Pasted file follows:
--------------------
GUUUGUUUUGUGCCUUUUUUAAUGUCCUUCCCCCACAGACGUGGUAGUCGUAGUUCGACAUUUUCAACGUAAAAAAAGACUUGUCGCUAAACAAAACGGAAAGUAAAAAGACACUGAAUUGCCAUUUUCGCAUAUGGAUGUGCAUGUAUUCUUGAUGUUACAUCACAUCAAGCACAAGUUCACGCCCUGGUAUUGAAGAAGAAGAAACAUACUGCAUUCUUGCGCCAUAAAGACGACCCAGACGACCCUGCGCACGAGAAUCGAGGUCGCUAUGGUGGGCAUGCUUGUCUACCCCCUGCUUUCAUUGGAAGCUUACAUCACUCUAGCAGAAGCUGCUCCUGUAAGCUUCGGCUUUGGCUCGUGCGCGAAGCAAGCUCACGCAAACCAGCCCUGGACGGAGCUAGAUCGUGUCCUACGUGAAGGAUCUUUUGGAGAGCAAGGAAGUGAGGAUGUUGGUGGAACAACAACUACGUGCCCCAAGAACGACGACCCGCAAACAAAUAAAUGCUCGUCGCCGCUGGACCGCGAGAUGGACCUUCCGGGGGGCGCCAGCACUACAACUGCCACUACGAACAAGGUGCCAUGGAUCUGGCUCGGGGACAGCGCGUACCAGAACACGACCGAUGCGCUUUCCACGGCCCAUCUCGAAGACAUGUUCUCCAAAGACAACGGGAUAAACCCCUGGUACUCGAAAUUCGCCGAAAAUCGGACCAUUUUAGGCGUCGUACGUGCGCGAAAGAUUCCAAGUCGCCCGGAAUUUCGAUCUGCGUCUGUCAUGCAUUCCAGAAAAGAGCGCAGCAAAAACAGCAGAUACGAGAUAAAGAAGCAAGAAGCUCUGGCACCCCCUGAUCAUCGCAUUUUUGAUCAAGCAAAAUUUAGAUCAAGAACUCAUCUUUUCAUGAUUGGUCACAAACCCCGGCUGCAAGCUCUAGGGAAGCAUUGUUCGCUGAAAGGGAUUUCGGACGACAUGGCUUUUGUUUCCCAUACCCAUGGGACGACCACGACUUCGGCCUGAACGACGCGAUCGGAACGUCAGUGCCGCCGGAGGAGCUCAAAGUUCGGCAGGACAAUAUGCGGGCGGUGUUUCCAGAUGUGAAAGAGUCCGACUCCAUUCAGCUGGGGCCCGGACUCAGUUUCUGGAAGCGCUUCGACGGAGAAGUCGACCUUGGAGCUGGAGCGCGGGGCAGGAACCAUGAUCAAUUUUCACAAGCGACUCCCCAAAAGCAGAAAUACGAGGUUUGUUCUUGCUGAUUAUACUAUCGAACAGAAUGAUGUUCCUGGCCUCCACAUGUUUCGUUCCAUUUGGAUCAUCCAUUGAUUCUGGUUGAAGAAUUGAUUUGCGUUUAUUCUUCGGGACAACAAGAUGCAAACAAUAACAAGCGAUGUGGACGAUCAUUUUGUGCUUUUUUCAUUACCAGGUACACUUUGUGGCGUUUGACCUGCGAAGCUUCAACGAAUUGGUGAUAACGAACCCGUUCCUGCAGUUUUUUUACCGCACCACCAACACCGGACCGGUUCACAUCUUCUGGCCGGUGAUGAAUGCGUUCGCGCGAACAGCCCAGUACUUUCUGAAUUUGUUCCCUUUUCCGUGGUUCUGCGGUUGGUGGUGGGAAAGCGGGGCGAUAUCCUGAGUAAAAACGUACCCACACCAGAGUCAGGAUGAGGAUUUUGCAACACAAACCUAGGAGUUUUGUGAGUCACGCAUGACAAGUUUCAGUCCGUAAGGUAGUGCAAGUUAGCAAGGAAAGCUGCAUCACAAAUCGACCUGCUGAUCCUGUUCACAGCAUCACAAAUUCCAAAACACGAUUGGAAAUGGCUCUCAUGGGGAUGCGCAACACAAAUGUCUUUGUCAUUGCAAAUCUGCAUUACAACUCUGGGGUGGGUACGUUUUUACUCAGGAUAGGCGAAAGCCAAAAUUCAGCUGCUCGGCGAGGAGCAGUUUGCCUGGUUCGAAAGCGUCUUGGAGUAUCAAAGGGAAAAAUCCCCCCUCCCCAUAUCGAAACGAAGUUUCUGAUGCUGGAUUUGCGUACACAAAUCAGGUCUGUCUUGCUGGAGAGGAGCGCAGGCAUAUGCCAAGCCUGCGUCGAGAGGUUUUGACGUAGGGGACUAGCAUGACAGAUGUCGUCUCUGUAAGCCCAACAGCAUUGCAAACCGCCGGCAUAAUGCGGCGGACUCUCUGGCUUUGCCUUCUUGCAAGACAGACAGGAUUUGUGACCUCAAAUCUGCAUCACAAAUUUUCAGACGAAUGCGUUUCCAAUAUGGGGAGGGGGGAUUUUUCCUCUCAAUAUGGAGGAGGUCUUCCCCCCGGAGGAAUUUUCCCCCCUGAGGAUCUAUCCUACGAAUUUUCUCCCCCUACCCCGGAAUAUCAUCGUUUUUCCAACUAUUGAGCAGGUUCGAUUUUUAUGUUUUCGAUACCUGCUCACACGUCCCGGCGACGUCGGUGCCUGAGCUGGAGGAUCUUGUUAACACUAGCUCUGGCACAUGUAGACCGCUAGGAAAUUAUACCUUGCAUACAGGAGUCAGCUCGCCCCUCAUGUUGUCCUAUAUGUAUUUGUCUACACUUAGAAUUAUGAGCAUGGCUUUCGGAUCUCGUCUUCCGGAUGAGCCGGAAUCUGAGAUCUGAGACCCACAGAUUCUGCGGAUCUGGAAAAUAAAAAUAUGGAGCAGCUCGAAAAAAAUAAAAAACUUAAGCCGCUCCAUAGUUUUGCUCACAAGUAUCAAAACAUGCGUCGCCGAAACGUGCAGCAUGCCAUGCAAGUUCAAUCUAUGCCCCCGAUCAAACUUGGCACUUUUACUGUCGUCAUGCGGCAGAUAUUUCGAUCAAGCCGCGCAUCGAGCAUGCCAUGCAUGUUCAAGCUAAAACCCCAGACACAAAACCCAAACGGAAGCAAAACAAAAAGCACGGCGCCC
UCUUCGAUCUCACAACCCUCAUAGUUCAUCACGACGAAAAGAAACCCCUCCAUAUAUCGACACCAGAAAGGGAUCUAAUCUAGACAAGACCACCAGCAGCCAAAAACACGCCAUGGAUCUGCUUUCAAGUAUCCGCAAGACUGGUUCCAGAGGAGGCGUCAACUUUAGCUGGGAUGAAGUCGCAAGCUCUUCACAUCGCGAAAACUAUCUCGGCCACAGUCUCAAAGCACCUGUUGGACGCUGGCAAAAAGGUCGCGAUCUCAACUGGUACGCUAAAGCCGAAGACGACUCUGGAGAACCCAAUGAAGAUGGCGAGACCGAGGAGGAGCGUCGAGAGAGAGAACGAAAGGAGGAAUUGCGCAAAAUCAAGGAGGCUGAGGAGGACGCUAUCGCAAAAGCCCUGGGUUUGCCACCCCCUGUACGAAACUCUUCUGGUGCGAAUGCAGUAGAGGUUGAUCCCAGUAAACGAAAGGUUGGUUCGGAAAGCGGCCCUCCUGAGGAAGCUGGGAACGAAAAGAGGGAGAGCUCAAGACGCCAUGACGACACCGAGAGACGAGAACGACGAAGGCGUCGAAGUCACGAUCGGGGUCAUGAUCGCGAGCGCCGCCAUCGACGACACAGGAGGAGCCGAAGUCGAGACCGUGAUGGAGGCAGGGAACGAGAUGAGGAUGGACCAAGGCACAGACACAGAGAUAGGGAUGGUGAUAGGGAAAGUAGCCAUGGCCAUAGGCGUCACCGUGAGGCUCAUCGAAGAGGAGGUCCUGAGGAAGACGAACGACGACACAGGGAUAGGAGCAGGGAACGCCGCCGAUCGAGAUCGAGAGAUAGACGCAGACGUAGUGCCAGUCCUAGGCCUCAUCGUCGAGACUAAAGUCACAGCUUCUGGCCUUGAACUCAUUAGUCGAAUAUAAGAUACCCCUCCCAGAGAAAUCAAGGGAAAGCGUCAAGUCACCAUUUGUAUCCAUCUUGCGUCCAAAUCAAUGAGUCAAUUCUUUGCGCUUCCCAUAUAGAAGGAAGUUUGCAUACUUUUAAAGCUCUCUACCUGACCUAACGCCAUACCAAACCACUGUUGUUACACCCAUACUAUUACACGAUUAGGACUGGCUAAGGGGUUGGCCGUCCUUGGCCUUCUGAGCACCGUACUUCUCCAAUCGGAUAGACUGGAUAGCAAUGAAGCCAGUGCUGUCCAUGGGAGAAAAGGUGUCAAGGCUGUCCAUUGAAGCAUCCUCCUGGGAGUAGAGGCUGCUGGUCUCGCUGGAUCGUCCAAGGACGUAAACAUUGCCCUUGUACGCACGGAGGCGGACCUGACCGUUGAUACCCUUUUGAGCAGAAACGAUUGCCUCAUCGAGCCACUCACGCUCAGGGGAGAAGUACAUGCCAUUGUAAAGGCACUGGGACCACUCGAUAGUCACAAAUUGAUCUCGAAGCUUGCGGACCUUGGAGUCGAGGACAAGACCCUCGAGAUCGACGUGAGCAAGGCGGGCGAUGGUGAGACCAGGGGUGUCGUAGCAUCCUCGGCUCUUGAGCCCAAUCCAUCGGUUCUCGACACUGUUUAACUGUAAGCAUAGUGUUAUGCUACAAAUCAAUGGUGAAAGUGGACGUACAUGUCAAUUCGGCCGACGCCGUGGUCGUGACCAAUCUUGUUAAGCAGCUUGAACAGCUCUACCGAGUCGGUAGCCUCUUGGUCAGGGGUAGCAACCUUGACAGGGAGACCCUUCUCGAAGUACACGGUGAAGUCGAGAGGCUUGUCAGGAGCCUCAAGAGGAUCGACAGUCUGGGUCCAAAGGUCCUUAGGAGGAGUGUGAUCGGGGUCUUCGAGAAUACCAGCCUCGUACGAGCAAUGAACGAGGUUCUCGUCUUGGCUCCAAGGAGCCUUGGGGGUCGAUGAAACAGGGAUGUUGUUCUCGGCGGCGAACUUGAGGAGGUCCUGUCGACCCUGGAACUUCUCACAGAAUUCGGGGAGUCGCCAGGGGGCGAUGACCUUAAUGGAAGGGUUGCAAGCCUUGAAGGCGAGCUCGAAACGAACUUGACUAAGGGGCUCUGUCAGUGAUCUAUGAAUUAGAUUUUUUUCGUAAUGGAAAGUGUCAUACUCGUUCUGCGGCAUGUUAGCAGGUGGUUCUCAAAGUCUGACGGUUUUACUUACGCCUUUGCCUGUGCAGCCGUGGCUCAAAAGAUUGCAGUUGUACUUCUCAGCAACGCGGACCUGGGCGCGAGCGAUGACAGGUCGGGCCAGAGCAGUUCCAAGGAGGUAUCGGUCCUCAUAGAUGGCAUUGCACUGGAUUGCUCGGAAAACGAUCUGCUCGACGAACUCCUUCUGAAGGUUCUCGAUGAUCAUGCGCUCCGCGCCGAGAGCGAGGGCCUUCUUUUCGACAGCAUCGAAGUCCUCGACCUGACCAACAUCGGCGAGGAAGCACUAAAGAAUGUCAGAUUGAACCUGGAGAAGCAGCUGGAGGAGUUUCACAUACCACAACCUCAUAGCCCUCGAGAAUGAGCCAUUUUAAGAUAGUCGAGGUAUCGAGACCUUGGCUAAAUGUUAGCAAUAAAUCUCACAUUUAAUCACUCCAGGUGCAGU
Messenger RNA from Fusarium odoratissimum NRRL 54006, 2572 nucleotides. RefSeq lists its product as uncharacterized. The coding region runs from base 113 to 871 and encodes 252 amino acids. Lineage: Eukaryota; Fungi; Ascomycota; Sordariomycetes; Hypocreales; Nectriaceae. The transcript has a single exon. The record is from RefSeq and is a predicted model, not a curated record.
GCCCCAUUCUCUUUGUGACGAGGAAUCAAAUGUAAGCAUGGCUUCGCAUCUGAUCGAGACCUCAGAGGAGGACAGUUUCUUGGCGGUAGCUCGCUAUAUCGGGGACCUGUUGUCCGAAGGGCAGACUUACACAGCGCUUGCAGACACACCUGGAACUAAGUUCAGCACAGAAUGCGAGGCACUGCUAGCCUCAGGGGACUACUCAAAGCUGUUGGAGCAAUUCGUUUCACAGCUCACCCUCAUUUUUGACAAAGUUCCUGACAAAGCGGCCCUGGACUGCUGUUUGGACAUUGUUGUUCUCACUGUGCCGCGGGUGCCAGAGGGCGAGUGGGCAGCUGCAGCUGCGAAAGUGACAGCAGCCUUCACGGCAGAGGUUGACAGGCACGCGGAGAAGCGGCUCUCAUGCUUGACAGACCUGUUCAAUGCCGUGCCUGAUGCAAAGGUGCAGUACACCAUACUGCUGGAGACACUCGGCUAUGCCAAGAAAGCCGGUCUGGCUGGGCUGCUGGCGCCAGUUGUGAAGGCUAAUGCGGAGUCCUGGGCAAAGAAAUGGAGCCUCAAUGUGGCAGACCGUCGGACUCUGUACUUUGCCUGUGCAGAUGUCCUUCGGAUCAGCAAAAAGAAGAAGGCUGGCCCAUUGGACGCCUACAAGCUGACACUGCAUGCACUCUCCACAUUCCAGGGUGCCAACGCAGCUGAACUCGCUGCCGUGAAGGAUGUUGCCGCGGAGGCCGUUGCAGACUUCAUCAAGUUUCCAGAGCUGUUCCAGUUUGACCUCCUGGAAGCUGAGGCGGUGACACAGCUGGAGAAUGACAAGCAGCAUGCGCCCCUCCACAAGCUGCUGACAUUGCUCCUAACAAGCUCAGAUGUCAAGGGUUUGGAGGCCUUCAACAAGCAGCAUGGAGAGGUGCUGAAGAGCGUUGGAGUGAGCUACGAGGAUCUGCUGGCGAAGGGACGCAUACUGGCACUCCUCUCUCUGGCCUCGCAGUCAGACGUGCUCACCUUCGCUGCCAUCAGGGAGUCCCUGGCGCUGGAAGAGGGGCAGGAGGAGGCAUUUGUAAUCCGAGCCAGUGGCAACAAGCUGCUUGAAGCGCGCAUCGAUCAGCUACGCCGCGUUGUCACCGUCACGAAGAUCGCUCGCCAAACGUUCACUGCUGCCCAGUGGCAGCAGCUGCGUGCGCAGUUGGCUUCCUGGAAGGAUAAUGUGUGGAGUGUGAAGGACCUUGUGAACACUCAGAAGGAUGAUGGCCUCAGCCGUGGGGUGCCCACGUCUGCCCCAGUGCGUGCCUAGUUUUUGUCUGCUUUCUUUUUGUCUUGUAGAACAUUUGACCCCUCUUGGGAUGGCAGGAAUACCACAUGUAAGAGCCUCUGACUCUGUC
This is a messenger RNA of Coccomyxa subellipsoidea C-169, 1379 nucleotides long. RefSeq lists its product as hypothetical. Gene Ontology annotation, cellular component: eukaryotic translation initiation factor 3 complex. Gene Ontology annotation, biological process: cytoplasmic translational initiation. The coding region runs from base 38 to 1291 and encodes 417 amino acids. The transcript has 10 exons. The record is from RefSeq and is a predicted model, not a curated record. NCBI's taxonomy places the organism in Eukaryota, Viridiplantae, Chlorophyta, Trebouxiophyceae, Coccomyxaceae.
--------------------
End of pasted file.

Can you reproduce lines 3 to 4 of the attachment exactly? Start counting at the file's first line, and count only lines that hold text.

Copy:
Messenger RNA from Fusarium odoratissimum NRRL 54006, 2572 nucleotides. RefSeq lists its product as uncharacterized. The coding region runs from base 113 to 871 and encodes 252 amino acids. Lineage: Eukaryota; Fungi; Ascomycota; Sordariomycetes; Hypocreales; Nectriaceae. The transcript has a single exon. The record is from RefSeq and is a predicted model, not a curated record.
GCCCCAUUCUCUUUGUGACGAGGAAUCAAAUGUAAGCAUGGCUUCGCAUCUGAUCGAGACCUCAGAGGAGGACAGUUUCUUGGCGGUAGCUCGCUAUAUCGGGGACCUGUUGUCCGAAGGGCAGACUUACACAGCGCUUGCAGACACACCUGGAACUAAGUUCAGCACAGAAUGCGAGGCACUGCUAGCCUCAGGGGACUACUCAAAGCUGUUGGAGCAAUUCGUUUCACAGCUCACCCUCAUUUUUGACAAAGUUCCUGACAAAGCGGCCCUGGACUGCUGUUUGGACAUUGUUGUUCUCACUGUGCCGCGGGUGCCAGAGGGCGAGUGGGCAGCUGCAGCUGCGAAAGUGACAGCAGCCUUCACGGCAGAGGUUGACAGGCACGCGGAGAAGCGGCUCUCAUGCUUGACAGACCUGUUCAAUGCCGUGCCUGAUGCAAAGGUGCAGUACACCAUACUGCUGGAGACACUCGGCUAUGCCAAGAAAGCCGGUCUGGCUGGGCUGCUGGCGCCAGUUGUGAAGGCUAAUGCGGAGUCCUGGGCAAAGAAAUGGAGCCUCAAUGUGGCAGACCGUCGGACUCUGUACUUUGCCUGUGCAGAUGUCCUUCGGAUCAGCAAAAAGAAGAAGGCUGGCCCAUUGGACGCCUACAAGCUGACACUGCAUGCACUCUCCACAUUCCAGGGUGCCAACGCAGCUGAACUCGCUGCCGUGAAGGAUGUUGCCGCGGAGGCCGUUGCAGACUUCAUCAAGUUUCCAGAGCUGUUCCAGUUUGACCUCCUGGAAGCUGAGGCGGUGACACAGCUGGAGAAUGACAAGCAGCAUGCGCCCCUCCACAAGCUGCUGACAUUGCUCCUAACAAGCUCAGAUGUCAAGGGUUUGGAGGCCUUCAACAAGCAGCAUGGAGAGGUGCUGAAGAGCGUUGGAGUGAGCUACGAGGAUCUGCUGGCGAAGGGACGCAUACUGGCACUCCUCUCUCUGGCCUCGCAGUCAGACGUGCUCACCUUCGCUGCCAUCAGGGAGUCCCUGGCGCUGGAAGAGGGGCAGGAGGAGGCAUUUGUAAUCCGAGCCAGUGGCAACAAGCUGCUUGAAGCGCGCAUCGAUCAGCUACGCCGCGUUGUCACCGUCACGAAGAUCGCUCGCCAAACGUUCACUGCUGCCCAGUGGCAGCAGCUGCGUGCGCAGUUGGCUUCCUGGAAGGAUAAUGUGUGGAGUGUGAAGGACCUUGUGAACACUCAGAAGGAUGAUGGCCUCAGCCGUGGGGUGCCCACGUCUGCCCCAGUGCGUGCCUAGUUUUUGUCUGCUUUCUUUUUGUCUUGUAGAACAUUUGACCCCUCUUGGGAUGGCAGGAAUACCACAUGUAAGAGCCUCUGACUCUGUC